Catalonia to offer HPV vaccine to 11 and 12-year-old boys
An estimated 85% to 90% of sexually active people acquire human papillomavirus at some point in their lives
Boys in Catalonia in 6th grade – 11 to 12-year-olds – will be offered vaccination against human papillomavirus (HPV) during the next school year.
The Catalan health department announced the measure on Monday – the first of its kind in Spain – saying the aim is to ensure protection against HPV infection in boys as well as girls. The percentage of girls vaccinated in Catalonia during the 2020-21 academic year was 86%.
An estimated 85% to 90% of sexually active people will acquire HPV at some point in their lives.
Speaking to the Catalan News Agency (ACN), public health secretary Carmen Cabezas, said that vaccination has a "very significant" effect on genital warts, but that it will also help to prevent cancer.
"In girls we have seen it is mainly related to cervical cancer, and in the case of boys it is related to genital and oral cancers," she explained. Cabezas pointed out that HPV was linked to "three times as many" cases of cancer in women than in men.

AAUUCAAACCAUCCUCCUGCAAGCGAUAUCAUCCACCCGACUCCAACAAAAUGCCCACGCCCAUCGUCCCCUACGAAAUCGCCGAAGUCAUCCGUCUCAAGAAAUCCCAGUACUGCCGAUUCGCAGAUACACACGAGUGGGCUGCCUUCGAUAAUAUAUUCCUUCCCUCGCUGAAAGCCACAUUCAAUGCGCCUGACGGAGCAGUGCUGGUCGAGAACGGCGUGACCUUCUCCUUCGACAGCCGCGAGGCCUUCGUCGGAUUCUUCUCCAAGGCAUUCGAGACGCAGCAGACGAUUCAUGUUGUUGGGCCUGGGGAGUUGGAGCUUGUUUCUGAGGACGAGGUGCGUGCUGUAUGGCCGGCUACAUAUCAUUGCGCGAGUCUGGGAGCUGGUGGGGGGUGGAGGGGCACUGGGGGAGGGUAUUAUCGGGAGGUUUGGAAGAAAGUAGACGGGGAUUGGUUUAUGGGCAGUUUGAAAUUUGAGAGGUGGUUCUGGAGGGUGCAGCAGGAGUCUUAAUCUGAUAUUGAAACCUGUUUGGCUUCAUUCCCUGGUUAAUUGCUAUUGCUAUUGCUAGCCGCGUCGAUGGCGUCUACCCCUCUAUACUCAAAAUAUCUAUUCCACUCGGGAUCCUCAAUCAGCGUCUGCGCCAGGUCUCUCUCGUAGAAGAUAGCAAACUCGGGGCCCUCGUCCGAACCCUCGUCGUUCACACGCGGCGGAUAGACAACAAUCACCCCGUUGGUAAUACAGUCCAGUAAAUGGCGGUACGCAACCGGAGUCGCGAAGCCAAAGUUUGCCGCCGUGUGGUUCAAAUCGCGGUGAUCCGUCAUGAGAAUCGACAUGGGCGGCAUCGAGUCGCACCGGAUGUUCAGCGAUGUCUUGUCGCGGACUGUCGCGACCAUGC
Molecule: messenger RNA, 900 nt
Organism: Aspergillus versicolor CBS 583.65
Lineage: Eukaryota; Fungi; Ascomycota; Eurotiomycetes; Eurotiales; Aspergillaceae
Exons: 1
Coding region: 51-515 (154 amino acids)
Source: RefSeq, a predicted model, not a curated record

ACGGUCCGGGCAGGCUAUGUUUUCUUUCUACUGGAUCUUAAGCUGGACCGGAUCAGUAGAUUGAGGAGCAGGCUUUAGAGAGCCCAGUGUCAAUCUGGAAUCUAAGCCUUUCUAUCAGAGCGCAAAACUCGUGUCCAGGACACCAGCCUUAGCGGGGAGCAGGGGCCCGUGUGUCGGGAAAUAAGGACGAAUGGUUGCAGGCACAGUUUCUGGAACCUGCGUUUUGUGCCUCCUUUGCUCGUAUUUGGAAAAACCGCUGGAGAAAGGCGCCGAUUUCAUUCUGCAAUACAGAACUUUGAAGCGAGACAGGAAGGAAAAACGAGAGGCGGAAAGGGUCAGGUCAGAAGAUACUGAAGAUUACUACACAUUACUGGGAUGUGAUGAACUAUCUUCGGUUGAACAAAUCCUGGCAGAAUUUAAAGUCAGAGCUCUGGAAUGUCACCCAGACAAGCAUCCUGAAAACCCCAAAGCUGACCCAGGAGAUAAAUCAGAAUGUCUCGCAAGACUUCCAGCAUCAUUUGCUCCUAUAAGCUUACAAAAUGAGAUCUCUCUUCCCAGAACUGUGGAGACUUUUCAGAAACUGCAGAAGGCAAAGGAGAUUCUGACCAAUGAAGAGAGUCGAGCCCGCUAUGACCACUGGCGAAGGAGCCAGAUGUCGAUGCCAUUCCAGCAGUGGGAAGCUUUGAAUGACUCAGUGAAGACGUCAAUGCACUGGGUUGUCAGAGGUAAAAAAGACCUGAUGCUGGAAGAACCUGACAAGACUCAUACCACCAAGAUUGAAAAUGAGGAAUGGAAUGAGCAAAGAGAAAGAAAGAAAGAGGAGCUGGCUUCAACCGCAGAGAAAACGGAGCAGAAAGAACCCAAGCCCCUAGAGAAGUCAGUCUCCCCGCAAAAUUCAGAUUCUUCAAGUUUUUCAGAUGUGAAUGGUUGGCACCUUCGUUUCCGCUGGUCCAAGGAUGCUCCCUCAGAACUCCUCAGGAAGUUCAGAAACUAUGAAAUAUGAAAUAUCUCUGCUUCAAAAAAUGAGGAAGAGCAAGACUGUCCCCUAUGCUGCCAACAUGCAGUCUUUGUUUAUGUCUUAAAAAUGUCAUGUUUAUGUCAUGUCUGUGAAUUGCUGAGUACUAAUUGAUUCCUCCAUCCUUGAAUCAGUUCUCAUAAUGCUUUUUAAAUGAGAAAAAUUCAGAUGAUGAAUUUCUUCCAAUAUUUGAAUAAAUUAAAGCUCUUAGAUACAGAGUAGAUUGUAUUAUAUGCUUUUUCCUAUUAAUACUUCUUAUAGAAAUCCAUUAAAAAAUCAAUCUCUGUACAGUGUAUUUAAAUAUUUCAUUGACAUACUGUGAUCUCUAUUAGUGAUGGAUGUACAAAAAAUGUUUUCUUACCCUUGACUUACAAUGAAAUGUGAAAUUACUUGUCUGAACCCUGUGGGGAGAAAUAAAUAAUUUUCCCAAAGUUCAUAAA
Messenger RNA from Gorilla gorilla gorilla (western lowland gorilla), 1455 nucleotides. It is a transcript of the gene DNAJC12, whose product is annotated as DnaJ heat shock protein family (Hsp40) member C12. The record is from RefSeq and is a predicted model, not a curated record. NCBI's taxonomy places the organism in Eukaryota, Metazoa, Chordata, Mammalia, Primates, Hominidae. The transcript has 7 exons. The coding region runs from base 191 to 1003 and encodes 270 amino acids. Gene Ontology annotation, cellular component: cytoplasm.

By including boys in vaccine program, Catalonia joins several other European countries who have a similar scheme: Austria, Germany, Belgium, Croatia, France, Ireland, Israel, Italy, Liechtenstein, Norway, United Kingdom, Czech Republic, Serbia, Sweden and Switzerland. In Spain, the Catalan health system will be the first to implement the measure.
Catalan health minister Josep Maria Argimon explained that vaccinating boys as well as girls is a recommended by the European Commission (EC) and various other entities
An investment of €8.2m will lead to the purchase of 175,000 vaccine doses for the next school year, including around 70,000 for boys.
Vaccines in Catalonia are not mandatory and are free of charge. In a non-pandemic year, more than 3.2m vaccines are typically administered to 1.5 million people across almost 1,000 vaccination centers, preventing more than 33,000 illnesses a year.